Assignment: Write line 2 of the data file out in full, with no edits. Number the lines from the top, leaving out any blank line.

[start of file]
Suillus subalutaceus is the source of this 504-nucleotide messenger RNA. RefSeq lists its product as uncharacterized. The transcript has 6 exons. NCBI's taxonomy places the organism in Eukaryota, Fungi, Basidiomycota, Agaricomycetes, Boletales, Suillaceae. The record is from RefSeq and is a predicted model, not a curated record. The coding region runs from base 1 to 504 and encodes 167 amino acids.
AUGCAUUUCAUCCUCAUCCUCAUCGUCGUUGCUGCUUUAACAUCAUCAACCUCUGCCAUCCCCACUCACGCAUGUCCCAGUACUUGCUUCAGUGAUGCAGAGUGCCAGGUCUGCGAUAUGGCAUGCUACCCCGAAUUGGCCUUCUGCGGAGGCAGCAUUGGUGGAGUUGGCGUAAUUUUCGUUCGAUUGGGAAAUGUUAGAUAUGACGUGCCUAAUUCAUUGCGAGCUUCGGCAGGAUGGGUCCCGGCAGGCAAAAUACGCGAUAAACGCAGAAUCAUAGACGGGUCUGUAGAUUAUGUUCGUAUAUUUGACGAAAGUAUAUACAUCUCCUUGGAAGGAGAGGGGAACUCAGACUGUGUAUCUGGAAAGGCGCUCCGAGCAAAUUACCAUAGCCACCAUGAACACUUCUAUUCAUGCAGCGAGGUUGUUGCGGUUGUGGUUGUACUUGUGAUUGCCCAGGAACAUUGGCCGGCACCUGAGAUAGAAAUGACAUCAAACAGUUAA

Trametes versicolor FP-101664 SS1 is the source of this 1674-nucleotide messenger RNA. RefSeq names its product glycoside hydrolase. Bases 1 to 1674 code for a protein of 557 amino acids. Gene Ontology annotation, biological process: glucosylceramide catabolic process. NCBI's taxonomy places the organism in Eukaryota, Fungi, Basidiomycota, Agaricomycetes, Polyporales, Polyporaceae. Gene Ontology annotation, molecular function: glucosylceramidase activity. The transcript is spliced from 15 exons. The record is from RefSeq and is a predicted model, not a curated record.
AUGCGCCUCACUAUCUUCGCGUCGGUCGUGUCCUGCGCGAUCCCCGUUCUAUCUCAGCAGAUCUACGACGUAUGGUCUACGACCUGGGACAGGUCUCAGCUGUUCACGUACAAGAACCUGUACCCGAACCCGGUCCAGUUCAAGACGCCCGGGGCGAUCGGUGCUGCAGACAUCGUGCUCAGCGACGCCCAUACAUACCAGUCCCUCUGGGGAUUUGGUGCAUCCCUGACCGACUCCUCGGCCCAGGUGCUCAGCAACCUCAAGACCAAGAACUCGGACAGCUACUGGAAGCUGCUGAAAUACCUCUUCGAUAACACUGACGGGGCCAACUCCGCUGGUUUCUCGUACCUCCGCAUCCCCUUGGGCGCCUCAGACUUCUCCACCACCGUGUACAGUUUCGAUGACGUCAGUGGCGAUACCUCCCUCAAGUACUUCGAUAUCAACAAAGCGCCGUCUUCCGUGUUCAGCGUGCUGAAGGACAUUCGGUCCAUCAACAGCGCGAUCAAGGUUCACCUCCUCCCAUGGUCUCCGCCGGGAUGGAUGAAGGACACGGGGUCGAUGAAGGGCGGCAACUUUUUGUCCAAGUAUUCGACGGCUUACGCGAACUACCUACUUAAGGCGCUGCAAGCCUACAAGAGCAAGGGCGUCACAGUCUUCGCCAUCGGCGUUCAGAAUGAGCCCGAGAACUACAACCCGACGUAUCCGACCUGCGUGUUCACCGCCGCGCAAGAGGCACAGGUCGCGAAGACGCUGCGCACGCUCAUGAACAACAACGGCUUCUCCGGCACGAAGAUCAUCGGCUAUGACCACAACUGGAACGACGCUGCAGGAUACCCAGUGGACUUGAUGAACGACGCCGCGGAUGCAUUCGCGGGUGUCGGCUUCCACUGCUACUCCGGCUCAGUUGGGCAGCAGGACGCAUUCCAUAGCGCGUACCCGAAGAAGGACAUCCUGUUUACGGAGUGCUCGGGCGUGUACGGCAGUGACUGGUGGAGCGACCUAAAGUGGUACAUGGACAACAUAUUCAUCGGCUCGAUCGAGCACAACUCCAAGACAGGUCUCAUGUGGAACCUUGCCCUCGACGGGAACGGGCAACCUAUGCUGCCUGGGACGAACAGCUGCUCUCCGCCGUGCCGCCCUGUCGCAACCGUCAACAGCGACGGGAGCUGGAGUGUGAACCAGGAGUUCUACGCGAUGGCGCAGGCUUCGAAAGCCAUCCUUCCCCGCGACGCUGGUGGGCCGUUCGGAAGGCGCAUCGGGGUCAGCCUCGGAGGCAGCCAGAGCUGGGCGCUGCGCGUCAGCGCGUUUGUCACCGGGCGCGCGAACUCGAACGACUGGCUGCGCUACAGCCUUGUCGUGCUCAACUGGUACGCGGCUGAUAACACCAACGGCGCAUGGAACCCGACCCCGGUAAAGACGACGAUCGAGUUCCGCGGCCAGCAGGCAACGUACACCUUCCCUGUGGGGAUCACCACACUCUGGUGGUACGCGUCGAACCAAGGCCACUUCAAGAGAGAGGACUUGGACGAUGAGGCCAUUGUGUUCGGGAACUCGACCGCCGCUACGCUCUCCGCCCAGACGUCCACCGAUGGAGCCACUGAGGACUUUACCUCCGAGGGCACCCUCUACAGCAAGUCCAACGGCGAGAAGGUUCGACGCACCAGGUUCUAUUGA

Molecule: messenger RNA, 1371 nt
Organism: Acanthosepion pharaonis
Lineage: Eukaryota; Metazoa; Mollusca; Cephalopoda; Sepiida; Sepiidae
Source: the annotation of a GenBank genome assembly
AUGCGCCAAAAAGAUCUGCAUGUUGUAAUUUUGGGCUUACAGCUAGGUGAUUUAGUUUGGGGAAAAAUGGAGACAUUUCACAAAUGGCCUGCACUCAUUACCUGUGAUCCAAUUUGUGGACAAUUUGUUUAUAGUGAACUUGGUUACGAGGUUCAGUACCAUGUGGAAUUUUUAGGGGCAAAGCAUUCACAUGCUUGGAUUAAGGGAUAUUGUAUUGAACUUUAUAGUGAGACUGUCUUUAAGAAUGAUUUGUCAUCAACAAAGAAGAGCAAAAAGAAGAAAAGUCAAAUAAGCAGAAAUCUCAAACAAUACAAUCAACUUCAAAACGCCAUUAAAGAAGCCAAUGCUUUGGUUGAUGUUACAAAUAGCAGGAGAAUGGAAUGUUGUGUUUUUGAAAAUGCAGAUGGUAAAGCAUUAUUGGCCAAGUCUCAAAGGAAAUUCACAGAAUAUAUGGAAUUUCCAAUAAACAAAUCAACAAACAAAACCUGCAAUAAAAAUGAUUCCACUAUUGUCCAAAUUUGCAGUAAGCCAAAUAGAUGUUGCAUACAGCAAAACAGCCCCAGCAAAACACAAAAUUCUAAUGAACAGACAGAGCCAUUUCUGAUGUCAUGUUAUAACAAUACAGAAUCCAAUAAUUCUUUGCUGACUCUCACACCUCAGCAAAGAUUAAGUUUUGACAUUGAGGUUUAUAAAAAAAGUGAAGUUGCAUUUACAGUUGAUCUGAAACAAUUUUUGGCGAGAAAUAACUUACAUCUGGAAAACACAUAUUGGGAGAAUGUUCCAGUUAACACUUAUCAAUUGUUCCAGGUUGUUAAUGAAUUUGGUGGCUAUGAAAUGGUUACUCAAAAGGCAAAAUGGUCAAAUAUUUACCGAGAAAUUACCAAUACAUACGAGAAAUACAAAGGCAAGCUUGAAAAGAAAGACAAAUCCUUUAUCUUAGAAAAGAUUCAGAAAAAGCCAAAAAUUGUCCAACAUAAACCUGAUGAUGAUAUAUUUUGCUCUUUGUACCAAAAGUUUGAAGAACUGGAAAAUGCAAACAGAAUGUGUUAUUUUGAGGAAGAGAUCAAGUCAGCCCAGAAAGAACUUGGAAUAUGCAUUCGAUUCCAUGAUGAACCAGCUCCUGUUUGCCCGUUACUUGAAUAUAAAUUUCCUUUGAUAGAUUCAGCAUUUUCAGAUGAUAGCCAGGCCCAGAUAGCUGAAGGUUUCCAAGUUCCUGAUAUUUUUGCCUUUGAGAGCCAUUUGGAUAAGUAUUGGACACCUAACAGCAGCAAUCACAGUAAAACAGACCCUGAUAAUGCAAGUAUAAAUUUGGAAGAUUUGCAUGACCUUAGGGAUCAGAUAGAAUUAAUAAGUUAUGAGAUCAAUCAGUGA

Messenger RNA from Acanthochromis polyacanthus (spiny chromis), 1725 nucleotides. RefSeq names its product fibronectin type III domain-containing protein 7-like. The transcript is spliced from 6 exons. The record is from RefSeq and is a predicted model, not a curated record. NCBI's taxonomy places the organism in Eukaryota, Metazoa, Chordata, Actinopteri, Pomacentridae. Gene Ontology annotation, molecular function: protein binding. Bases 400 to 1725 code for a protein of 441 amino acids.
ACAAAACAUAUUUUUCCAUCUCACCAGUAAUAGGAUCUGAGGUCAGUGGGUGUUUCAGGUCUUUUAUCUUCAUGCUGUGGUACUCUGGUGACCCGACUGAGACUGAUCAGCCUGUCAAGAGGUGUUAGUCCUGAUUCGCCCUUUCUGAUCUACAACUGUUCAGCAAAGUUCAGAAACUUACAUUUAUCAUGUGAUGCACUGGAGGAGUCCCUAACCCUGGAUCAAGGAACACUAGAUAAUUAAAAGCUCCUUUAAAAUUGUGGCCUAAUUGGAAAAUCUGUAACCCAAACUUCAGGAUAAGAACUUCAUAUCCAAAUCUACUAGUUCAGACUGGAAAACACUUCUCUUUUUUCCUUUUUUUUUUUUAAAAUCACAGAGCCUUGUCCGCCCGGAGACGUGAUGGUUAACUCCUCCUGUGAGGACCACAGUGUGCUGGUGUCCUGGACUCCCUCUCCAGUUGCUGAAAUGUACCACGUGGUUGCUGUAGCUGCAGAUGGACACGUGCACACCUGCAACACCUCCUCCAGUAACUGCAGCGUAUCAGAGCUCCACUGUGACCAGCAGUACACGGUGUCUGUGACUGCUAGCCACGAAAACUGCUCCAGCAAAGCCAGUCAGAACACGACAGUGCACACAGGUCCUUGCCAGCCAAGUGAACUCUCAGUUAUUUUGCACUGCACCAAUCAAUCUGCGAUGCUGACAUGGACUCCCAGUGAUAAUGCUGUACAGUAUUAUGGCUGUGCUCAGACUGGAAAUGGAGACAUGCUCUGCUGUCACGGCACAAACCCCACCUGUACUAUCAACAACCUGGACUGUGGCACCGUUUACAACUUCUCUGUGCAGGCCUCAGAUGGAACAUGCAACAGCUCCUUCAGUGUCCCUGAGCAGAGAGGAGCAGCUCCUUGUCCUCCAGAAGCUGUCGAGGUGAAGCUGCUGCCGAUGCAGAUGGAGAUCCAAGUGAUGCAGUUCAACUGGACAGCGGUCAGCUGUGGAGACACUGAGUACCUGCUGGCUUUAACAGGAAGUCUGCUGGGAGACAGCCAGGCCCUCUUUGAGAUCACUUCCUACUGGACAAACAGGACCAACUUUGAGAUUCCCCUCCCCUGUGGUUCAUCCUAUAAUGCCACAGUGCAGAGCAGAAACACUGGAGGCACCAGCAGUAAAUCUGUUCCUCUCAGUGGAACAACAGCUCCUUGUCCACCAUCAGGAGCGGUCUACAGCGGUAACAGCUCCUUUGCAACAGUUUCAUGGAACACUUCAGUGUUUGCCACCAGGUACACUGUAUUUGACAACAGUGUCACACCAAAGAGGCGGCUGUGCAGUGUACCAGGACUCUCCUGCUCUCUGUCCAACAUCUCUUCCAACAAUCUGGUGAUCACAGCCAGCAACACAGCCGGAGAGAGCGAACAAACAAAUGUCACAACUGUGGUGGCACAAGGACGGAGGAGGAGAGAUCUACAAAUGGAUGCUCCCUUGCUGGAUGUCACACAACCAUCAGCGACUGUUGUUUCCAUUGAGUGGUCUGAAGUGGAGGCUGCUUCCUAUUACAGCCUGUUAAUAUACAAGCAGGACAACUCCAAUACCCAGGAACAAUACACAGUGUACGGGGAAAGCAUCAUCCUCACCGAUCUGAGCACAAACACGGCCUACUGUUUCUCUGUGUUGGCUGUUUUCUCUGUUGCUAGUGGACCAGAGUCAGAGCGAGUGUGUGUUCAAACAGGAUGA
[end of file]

AUGCAUUUCAUCCUCAUCCUCAUCGUCGUUGCUGCUUUAACAUCAUCAACCUCUGCCAUCCCCACUCACGCAUGUCCCAGUACUUGCUUCAGUGAUGCAGAGUGCCAGGUCUGCGAUAUGGCAUGCUACCCCGAAUUGGCCUUCUGCGGAGGCAGCAUUGGUGGAGUUGGCGUAAUUUUCGUUCGAUUGGGAAAUGUUAGAUAUGACGUGCCUAAUUCAUUGCGAGCUUCGGCAGGAUGGGUCCCGGCAGGCAAAAUACGCGAUAAACGCAGAAUCAUAGACGGGUCUGUAGAUUAUGUUCGUAUAUUUGACGAAAGUAUAUACAUCUCCUUGGAAGGAGAGGGGAACUCAGACUGUGUAUCUGGAAAGGCGCUCCGAGCAAAUUACCAUAGCCACCAUGAACACUUCUAUUCAUGCAGCGAGGUUGUUGCGGUUGUGGUUGUACUUGUGAUUGCCCAGGAACAUUGGCCGGCACCUGAGAUAGAAAUGACAUCAAACAGUUAA